Prewar Years . . .

Midgets, Magnas, and Magnettes - The Prewar Years

Compiled by Bill Tantau


Bespoke, that uniquely British word for custom made, may well be responsible for the MG cars we have known and loved for some sixty plus years. Even today enthusiasts who have fun and games on the track, at sprints, and trials with various of our marque, rely on a good deal of innovation and originality to achieve satisfaction and success where the rubber meets the road. So, imagine what it was like to be a gnat on the wall back in the early twenties when Cecil Kimber joined Morris Garages as GM. Not the typical corporate hack, CK was an innovator from the get-go.

Old Number One

Noticing that a good deal of effort in the service department was bent toward accessorizing, customizing, and tuning cars above and beyond "factory specs" for those who could afford it, "ah ha!” he exclaimed, "there must be a market out there"! Although the Morris efforts at that time were focused on producing larger touring cars for road, rally, and track, there was some early sporting car activity. Morris had a sports Cowley which offered such mods as aluminum pistons (imagine-!) and a special exhaust. No land rush was on for these sort-of-sporty vehicles, but you know the story CK saw the potential and began to whip a few together in a small mews garage on Edmonds Road in Oxford. (At GOF Central in Wisconsin in July - '97, we had the rare and distinct pleasure to natter a bit with Mr. John R. Browne who as a lad worked in that garage with "Kim", always after regular hours, toiling away at creating our future marque).  

Toward the end of 1924 they began work on the famous Olde.Numbere One and had it completed in time for CK to garner a gold in the 1925 Land's End Trial. Long story short here, but with that success the die was cast and soon the first MG works was constructed.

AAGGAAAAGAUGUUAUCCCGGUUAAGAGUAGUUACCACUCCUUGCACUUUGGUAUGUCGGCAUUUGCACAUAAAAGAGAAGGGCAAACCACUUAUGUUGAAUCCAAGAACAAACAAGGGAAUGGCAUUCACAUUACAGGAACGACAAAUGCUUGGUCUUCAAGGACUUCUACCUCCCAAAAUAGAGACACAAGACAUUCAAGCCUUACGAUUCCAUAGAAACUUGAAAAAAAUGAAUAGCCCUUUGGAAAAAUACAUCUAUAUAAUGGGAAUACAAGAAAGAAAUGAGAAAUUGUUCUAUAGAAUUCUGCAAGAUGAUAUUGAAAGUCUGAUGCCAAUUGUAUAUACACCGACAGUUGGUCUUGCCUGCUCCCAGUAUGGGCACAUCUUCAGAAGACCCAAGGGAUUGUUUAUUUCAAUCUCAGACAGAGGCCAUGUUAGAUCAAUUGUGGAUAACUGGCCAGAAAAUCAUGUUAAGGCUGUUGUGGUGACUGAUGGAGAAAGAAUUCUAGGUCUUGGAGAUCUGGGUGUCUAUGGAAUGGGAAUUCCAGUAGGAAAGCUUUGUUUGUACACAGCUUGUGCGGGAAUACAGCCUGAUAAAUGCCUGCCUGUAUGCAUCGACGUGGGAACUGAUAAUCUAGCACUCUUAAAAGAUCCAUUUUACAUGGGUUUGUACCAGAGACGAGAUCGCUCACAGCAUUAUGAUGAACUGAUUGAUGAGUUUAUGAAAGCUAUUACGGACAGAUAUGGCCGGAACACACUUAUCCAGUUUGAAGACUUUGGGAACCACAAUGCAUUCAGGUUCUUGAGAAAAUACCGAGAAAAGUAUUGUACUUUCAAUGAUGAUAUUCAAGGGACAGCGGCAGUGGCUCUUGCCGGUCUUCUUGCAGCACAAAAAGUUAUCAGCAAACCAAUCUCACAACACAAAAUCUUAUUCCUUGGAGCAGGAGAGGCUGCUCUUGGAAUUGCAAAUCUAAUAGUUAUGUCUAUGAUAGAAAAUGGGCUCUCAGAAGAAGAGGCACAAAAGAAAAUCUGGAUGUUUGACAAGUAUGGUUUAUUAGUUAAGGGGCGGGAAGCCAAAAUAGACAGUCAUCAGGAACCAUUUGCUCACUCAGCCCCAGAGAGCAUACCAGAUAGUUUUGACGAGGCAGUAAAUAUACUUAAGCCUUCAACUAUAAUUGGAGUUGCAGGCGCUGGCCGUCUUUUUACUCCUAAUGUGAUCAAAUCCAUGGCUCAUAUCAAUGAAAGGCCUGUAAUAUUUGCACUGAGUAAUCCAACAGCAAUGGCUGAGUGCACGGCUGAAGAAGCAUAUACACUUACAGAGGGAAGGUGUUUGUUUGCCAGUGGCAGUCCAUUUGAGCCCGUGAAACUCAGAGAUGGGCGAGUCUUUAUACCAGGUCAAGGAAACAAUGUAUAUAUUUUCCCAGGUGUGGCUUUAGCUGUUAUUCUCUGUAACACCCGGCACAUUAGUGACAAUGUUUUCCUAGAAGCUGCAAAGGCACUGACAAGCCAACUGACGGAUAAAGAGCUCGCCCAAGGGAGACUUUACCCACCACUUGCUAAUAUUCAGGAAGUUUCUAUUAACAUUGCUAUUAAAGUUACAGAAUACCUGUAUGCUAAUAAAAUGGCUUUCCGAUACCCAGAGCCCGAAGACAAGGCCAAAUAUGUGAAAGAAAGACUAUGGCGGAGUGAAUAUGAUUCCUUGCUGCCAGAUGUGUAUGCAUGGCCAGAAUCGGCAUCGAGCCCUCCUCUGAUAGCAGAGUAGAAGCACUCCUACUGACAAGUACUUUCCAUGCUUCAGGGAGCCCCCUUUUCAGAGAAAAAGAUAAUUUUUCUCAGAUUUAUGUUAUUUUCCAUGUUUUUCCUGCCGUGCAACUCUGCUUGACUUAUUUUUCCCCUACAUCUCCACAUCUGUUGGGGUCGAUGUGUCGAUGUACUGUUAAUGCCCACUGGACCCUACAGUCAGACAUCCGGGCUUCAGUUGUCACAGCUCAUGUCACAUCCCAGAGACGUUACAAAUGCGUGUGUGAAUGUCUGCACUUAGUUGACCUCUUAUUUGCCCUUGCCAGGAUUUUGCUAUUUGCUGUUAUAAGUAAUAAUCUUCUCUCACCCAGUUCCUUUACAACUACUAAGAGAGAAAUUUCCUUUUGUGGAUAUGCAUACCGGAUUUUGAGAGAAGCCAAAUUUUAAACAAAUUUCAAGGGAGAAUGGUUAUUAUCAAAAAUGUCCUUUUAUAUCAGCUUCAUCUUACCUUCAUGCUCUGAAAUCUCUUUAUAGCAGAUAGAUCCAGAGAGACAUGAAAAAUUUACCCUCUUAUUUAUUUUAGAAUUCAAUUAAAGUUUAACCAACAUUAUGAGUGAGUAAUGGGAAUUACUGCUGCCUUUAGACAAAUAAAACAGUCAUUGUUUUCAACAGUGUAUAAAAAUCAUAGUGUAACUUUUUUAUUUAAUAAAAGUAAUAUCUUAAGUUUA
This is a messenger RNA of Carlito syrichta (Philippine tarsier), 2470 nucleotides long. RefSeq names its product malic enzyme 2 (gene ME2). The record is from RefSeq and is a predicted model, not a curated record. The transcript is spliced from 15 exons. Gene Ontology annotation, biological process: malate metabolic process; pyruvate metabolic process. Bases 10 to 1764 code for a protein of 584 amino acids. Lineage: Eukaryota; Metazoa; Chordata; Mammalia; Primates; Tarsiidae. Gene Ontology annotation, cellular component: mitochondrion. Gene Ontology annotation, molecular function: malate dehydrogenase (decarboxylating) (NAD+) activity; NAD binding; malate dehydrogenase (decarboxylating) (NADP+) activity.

The 1928 London Motor Show provided the venue for the launching of the first true MG Midget. What was to be known as the M Type was on the stand, sans engine to see if it would spark any interest. It did and in short order customers were lining, up for sports transport on the cheap. But true to form, Kimber was not to be satisfied with less than full respect from the competition community. After all, success sells cars, and Austin and others were making waves Some M Types were modified slightly, entered in the 1930 Double Twelve race (12 hours of racing on two consecutive days) at Brooklands, and came away with the Team Prize.

Following the M Type showing, the works turned out the first true off-the-floor sports/racing model, the C Type, 44 in all, some with superchargers. The 1931 Brooklands 12/12 race found this bearer of the marque winning the first five places overall and the Team Prize! This with four cylinders 746cc blown or 847cc unblown. These successes propelled MG into the forefront of light car racing in the 30's. The men, women and cars were legendary and the accomplishments were legion. Through the 30's MG won more motoring competitions of all sorts than any other marque.

C Type Montlhery Midget